May urges UK lawmakers: Give me more time to get Brexit deal

Evarado Alatorre
Febrero 11, 2019

Should the prime minster fail in her bid to secure concessions from the European Union before her speech, she plans to ask for more time and promise a vote on other Brexit options at the end of February, the Sunday Telegraph and other British media report.

May will promise parliament another vote on other Brexit options if a deal is still not ready by the end of February.

But in an effort to see off attempts to bind the Government's hands, Downing Street is promising another opportunity to table amendments - which are likely to include measures aimed at taking a no-deal Brexit off the table - on February 27.

Tony Blair stepped up his warnings on no-deal Brexit today saying it would be "devastating" for Northern Ireland and breach the Good Friday Agreement.

But there is no commitment to hold a binding vote on the deal itself by the end of the month.

May's housing minister James Brokenshire insisted Sunday that the government had a clear strategy and timeline aimed at getting an agreement that Britain's splintered parliament can pass.

Despite a series of setbacks for those campaigning for another Brexit referendum, Mr Blair said still hoped one might happen when people saw the "true alternatives" the country faces.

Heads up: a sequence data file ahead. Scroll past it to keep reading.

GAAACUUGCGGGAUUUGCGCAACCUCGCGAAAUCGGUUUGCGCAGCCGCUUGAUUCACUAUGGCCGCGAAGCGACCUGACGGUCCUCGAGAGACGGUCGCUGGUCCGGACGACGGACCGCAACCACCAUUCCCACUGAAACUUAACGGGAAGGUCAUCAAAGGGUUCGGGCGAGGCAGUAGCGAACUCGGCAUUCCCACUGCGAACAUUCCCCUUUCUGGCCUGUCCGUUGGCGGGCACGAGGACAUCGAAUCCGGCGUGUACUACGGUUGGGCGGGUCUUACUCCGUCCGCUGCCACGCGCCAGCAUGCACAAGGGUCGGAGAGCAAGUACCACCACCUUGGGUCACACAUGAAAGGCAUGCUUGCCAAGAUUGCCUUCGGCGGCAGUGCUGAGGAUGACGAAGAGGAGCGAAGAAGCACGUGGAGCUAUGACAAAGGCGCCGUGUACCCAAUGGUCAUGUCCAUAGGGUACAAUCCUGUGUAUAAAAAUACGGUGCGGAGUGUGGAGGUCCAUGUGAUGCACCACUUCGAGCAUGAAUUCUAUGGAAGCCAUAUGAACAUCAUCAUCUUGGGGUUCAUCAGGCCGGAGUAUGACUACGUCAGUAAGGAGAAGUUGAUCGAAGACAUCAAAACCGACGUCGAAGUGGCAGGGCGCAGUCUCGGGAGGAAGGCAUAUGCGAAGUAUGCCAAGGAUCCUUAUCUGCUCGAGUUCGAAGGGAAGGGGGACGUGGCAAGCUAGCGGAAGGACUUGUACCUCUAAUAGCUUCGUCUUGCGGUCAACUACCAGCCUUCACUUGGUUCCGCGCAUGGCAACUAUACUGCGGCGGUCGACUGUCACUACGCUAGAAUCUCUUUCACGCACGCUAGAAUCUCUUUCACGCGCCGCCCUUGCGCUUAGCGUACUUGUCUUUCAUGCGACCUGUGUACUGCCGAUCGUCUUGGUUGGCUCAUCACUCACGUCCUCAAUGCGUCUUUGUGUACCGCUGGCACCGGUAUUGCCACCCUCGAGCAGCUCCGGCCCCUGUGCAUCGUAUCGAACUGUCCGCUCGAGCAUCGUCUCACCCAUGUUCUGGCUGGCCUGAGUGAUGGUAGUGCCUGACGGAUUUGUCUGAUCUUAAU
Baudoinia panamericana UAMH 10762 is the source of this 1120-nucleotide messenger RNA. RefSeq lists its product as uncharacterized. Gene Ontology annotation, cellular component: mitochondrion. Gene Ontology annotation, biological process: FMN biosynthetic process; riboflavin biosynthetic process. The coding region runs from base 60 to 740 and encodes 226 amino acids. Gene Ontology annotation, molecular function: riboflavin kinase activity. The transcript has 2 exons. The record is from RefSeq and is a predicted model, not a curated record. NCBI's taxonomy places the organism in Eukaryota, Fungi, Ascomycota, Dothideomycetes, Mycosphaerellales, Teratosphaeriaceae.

More news: Stone says he should be free to speak in Russian Federation probe case

Jeremy Corbyn has accused May of a "cynical" attempt to run down the clock before the March 29 Brexit date in order to leave MPs with a stark choice of accepting her deal or crashing out of the European Union without any agreement. "There needs to be a day when Parliament says that's it, enough is enough".

It's got to know where we're heading before we leave'.

Labour leader Jeremy Corbyn, who has written to the prime minister setting out his demands for a Brexit deal he could support, accused May of an "utterly cynical" approach.

"You've got to decide which of those Brexits you want before we leave - otherwise, we're going to leave without clarity".

Liz Truss, the chief secretary to the Treasury, has refused to rule out resigning if Theresa May agrees to Jeremy Corbyn's Brexit proposals. "It would be economically very, very risky for Britain, and for the peace process in Ireland it would potentially be devastating, ' he told Sky News" Sophy Ridge On Sunday.

On Wednesday, a Conservative lawmaker involved in discussions with the government about changes to the deal said that if May could demonstrate that the European Union was willing to renegotiate, she would buy herself some more time and avoid a potential flashpoint in parliament on February 14.

Otros informes por

Discuta este artículo